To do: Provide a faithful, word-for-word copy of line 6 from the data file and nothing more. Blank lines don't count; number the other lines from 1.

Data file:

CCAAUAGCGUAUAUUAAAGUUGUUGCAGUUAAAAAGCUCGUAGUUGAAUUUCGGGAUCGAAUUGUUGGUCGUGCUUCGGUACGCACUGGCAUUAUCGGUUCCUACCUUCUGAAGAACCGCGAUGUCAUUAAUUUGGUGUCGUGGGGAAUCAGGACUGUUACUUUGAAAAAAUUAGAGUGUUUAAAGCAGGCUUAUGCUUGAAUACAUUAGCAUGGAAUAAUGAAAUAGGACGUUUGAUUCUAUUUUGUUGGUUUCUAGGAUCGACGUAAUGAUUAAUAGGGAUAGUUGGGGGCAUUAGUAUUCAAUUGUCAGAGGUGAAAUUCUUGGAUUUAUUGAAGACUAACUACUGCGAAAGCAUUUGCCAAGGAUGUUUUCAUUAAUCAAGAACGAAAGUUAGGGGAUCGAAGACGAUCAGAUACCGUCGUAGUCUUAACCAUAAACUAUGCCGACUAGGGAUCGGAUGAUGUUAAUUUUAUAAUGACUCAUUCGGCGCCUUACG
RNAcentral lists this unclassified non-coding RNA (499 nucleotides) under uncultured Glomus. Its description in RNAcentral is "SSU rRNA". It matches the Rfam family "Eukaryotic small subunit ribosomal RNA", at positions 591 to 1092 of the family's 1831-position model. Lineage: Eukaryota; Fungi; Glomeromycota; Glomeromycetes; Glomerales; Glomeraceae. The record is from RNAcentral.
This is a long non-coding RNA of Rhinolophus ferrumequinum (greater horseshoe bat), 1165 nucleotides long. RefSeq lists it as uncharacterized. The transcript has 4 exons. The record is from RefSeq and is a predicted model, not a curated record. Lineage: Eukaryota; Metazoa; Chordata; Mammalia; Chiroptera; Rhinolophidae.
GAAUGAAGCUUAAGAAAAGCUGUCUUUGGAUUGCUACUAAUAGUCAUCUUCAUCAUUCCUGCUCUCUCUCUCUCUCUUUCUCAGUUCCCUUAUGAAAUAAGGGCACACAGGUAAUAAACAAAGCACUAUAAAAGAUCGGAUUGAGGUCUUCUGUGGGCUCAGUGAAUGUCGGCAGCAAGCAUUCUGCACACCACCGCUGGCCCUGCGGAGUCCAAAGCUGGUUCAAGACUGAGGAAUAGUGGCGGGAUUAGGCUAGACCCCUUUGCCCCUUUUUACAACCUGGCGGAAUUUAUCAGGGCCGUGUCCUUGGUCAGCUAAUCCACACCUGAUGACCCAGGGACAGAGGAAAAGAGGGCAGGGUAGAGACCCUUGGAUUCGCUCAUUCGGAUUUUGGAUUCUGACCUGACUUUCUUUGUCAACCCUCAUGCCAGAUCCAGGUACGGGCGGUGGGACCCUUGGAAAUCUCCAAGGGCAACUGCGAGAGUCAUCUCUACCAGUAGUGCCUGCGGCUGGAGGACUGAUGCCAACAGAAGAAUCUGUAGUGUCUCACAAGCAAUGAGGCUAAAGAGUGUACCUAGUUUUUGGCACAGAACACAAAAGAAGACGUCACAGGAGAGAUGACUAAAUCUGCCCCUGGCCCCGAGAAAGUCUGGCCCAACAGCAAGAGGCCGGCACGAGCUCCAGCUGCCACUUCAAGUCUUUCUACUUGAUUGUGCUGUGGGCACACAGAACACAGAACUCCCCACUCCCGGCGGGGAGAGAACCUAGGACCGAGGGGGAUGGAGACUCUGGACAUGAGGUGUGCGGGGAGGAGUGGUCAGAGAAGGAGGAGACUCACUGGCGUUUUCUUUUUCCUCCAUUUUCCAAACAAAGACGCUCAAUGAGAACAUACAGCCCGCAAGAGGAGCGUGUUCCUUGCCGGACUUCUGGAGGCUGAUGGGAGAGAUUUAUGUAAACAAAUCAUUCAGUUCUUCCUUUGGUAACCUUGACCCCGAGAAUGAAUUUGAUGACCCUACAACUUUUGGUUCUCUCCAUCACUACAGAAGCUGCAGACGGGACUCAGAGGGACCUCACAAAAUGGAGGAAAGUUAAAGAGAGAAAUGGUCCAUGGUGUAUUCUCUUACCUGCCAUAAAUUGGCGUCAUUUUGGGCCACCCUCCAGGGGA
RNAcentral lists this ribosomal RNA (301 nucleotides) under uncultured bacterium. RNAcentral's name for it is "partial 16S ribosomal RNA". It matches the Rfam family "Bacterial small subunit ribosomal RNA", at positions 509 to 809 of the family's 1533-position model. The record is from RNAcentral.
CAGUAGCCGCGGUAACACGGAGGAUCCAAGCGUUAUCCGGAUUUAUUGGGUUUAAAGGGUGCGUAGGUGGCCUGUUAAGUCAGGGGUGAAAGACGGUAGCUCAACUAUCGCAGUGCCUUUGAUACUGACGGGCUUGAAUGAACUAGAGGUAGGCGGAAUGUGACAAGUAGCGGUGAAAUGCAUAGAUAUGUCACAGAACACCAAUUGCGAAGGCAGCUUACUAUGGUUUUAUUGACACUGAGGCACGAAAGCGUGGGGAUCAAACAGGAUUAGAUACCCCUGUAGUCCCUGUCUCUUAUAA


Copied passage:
CAGUAGCCGCGGUAACACGGAGGAUCCAAGCGUUAUCCGGAUUUAUUGGGUUUAAAGGGUGCGUAGGUGGCCUGUUAAGUCAGGGGUGAAAGACGGUAGCUCAACUAUCGCAGUGCCUUUGAUACUGACGGGCUUGAAUGAACUAGAGGUAGGCGGAAUGUGACAAGUAGCGGUGAAAUGCAUAGAUAUGUCACAGAACACCAAUUGCGAAGGCAGCUUACUAUGGUUUUAUUGACACUGAGGCACGAAAGCGUGGGGAUCAAACAGGAUUAGAUACCCCUGUAGUCCCUGUCUCUUAUAA